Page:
A US judge on Monday gave the government more time to reunite migrant children aged five or younger with their parents separated as a consequence of a "zero tolerance" policy, US media reported.
The decision came after a government lawyer said around half of the 102 young children could be placed back with their parents by the previously-given deadline of Tuesday.
They are among more than 2,300 children split up from their families as a consequence of the "zero tolerance" practice that saw their parents prosecuted for illegally crossing the border, even if they did so to seek asylum.
Many are fleeing gang violence and poverty in Central America.
Following domestic and global outcry over the separations, in which some children were kept in chain-link enclosures, Trump ended the practice on June 20.
But The New York Times reported late last week that, under pressure to reunite the families, authorities were struggling to connect them after records linking children to their parents disappeared and in some cases were destroyed, though not as part of a deliberate attempt to obfuscate.
At the hearing in San Diego, Judge Dana Sabraw gave the authorities extra time to determine which children will be back with their parents, as government lawyer Sarah Fabian said 54 of the youngsters could be reunited by the Tuesday deadline, the US media reports said.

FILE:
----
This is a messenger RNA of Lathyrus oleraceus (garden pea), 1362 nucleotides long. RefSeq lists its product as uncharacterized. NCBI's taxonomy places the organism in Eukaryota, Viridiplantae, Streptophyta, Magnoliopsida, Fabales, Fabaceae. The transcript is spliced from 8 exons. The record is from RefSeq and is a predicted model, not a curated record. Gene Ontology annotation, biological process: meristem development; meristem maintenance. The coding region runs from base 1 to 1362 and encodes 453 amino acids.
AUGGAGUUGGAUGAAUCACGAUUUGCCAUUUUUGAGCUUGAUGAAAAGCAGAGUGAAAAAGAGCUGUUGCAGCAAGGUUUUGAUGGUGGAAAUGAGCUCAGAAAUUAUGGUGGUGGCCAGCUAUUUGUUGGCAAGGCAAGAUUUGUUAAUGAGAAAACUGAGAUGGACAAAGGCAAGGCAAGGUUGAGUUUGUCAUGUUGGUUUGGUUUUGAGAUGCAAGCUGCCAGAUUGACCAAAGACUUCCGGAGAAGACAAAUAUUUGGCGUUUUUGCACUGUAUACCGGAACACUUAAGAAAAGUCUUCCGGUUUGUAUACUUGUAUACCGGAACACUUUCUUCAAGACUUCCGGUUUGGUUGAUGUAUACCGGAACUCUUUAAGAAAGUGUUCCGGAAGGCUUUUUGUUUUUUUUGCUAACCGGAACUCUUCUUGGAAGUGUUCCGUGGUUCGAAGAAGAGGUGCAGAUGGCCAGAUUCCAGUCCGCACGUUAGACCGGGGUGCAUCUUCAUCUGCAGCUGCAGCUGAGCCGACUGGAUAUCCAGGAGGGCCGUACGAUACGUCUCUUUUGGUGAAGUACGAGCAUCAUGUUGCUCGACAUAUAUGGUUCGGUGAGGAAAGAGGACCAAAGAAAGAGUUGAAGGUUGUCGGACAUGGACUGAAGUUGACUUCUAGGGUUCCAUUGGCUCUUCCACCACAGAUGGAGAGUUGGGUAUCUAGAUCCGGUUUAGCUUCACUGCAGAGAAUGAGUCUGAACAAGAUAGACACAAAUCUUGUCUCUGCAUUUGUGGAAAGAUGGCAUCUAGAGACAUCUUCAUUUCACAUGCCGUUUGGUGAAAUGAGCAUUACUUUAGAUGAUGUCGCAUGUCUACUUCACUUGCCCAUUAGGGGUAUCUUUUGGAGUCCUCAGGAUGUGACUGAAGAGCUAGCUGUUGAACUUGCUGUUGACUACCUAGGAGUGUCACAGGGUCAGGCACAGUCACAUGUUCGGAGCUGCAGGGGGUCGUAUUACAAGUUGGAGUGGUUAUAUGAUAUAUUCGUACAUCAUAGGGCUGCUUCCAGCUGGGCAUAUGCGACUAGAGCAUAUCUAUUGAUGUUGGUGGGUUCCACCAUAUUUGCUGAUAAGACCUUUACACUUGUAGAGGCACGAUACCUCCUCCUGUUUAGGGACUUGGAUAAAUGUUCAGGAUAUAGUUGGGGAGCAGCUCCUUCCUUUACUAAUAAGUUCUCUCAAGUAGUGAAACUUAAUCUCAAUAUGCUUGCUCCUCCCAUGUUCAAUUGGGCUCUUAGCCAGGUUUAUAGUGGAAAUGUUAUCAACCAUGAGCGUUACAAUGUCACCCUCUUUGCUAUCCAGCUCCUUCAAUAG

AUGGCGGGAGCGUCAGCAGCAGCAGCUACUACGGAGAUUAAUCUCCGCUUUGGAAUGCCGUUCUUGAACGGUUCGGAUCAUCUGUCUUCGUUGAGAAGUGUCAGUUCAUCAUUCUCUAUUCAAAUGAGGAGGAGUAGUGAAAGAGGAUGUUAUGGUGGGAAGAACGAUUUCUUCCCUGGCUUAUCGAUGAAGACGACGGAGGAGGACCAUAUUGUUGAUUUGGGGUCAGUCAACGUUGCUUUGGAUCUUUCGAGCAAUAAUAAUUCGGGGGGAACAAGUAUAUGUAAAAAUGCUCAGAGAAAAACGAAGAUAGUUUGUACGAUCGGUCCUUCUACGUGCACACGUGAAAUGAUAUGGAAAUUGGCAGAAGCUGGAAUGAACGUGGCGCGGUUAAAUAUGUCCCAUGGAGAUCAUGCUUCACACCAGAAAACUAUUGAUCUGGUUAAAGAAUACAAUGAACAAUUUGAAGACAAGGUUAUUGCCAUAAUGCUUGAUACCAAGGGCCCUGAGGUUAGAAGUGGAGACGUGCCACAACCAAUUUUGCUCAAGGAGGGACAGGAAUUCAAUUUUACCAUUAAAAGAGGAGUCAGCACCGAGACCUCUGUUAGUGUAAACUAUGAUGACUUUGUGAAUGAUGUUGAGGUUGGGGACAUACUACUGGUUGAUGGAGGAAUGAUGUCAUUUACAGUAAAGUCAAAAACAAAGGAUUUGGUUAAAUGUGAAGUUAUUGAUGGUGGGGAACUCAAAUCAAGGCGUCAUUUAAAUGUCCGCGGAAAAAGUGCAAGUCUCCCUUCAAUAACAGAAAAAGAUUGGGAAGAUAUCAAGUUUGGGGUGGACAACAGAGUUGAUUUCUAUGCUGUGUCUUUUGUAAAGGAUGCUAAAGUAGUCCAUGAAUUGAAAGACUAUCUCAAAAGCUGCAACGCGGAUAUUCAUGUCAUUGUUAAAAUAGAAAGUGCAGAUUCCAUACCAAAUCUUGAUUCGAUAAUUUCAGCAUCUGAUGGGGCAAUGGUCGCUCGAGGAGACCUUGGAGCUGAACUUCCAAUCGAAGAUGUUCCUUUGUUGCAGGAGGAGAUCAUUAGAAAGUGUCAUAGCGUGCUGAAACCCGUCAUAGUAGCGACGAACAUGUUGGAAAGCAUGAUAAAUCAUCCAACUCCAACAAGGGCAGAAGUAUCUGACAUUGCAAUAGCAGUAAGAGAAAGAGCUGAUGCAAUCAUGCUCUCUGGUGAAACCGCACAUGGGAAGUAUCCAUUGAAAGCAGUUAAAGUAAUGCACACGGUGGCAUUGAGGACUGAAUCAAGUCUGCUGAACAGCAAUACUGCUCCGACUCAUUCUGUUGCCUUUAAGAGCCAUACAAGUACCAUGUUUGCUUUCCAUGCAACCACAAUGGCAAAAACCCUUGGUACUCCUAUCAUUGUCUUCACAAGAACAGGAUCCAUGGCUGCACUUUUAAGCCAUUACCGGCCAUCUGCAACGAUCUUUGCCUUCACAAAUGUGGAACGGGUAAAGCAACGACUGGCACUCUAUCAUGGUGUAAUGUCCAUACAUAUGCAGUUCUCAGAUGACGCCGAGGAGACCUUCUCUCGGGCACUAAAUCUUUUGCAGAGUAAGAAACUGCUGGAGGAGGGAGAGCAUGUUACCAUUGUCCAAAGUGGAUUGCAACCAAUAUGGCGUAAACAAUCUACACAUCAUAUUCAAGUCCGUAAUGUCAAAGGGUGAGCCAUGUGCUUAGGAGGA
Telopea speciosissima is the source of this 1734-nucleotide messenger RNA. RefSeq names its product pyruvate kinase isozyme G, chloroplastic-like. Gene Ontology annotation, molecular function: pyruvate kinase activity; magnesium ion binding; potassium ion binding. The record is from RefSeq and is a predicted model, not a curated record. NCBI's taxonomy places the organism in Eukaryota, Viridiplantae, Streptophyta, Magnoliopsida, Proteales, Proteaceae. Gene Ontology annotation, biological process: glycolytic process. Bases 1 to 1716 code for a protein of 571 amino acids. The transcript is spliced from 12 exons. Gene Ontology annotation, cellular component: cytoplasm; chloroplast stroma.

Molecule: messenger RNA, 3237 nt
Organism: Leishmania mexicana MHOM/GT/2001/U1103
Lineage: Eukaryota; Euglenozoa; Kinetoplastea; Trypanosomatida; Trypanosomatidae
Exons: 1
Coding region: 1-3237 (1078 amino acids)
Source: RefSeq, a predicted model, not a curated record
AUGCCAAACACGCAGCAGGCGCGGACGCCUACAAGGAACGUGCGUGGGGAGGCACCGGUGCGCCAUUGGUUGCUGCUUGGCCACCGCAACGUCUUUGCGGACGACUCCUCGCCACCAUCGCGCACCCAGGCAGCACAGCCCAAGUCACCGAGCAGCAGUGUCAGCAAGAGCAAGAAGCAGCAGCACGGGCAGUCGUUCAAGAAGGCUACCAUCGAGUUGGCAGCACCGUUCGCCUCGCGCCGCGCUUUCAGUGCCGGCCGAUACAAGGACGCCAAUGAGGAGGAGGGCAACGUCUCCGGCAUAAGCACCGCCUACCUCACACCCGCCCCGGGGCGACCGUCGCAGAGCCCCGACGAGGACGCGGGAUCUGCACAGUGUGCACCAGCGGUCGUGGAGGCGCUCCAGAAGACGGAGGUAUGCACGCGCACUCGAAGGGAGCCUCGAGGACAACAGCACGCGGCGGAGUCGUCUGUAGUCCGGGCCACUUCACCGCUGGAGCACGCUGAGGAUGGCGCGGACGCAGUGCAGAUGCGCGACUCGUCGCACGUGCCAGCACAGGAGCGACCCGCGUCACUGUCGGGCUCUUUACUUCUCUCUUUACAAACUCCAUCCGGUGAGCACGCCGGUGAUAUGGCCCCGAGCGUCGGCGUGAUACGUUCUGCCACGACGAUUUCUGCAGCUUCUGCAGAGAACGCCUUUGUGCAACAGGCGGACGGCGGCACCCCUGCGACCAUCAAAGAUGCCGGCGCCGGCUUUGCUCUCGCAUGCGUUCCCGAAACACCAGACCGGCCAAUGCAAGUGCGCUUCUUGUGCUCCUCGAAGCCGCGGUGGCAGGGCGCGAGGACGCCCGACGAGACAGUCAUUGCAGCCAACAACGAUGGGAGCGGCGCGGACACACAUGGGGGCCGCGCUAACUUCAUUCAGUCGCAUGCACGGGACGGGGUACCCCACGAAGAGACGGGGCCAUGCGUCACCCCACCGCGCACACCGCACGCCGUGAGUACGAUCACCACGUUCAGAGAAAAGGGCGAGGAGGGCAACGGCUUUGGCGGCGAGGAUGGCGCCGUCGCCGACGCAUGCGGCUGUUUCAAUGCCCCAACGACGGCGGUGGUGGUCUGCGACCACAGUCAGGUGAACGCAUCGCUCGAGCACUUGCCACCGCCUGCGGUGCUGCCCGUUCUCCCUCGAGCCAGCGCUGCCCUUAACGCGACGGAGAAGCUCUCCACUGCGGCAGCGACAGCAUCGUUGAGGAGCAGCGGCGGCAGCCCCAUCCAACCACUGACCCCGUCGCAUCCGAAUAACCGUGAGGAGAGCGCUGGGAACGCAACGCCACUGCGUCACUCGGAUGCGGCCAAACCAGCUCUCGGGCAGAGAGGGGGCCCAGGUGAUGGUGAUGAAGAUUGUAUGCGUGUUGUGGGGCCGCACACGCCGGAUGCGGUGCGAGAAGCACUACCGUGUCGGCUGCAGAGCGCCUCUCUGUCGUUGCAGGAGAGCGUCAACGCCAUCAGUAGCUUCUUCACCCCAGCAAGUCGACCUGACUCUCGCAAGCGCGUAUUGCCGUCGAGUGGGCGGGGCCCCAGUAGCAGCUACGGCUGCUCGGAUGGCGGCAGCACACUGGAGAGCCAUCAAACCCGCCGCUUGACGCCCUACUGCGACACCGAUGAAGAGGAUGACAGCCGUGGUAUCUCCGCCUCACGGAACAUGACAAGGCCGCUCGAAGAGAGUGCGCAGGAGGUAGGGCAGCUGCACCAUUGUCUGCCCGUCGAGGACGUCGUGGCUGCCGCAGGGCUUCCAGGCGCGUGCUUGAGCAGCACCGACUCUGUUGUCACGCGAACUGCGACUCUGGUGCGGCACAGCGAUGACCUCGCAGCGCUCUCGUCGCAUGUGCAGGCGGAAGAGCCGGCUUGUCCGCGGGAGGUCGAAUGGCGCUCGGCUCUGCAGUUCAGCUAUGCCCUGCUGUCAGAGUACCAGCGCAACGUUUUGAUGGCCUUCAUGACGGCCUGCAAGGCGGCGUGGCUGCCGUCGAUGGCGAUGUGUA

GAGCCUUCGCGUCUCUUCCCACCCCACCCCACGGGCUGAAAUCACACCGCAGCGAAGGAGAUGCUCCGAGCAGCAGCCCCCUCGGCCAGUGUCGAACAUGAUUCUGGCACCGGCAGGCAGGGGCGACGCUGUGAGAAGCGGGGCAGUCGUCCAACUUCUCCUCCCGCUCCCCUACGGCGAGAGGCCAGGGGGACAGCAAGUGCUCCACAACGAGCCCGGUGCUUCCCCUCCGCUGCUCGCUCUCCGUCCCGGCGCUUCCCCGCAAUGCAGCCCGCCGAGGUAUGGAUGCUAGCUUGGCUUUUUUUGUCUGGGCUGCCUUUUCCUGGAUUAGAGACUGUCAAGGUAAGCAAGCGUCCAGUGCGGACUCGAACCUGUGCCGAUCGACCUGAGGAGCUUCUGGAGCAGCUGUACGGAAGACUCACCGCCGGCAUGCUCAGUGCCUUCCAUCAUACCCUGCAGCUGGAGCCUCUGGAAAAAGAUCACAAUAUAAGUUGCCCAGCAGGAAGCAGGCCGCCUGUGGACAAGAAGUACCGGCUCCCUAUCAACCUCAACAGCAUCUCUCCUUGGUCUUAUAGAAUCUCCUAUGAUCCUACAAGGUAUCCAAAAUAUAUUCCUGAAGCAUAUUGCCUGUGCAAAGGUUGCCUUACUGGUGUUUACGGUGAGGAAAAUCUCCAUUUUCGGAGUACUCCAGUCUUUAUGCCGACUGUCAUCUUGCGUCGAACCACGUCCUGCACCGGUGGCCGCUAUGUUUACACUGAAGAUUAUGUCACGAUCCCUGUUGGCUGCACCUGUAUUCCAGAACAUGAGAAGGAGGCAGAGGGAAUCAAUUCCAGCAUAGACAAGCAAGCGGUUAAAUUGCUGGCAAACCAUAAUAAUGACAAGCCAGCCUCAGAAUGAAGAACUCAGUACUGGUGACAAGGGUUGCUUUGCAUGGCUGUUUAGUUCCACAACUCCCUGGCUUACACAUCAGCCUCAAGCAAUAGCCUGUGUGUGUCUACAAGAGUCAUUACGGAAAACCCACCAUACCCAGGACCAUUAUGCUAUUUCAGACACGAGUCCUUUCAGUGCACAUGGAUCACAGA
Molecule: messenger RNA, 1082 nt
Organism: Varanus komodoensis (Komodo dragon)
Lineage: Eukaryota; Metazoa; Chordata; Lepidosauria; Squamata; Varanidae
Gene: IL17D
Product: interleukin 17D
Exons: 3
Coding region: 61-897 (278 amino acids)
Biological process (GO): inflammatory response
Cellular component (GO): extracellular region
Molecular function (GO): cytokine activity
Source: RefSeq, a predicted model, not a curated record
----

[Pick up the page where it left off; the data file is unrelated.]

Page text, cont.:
Sabraw previously ordered that thousands more children aged five and older should be back together with their parents by July 26, but Monday's hearing did not touch on their cases.
The government on Friday asked for an extension of the deadline, saying it needed more time to find and confirm the identities of the children and parents.
That prompted the court to order the government to submit a list of children younger than five, and it do so over the weekend, the ACLU said, by presenting the list of 102 children.
Despite the delays, Sabraw reportedly said he had seen "real progress and I'm optimistic that many of these families will be reunited tomorrow, and then we'll have a very clear understanding as to who has not been reunited, why not, and what time-frame will be in place."
The American Civil Liberties Union, which brought the case that led to Sabraw's initial injunction on behalf of migrant parents, said the court is "holding the Trump administration's feet to the fire" to accomplish reunification.
"It's extremely disappointing the government will not be in full compliance with the court order, but the judge has stepped in to manage this mess of the administration's making," Lee Gelernt, deputy director of the ACLU's Immigrants' Rights Project, said in a statement.
During separation, parents were sent into federal custody while the children were taken by the Department of Health and Human Services (HHS) and held at holding facilities often thousands of miles (kilometers) from their parents.
HHS admitted it had resorted to DNA testing on some of the children to try to match them with their parents.
In total, the authorities are holding around 11,800 minors who crossed the border illegally.
Around 80 percent of them are teenagers who tried to make the crossing without their parents, HHS Secretary Alex Azar has said.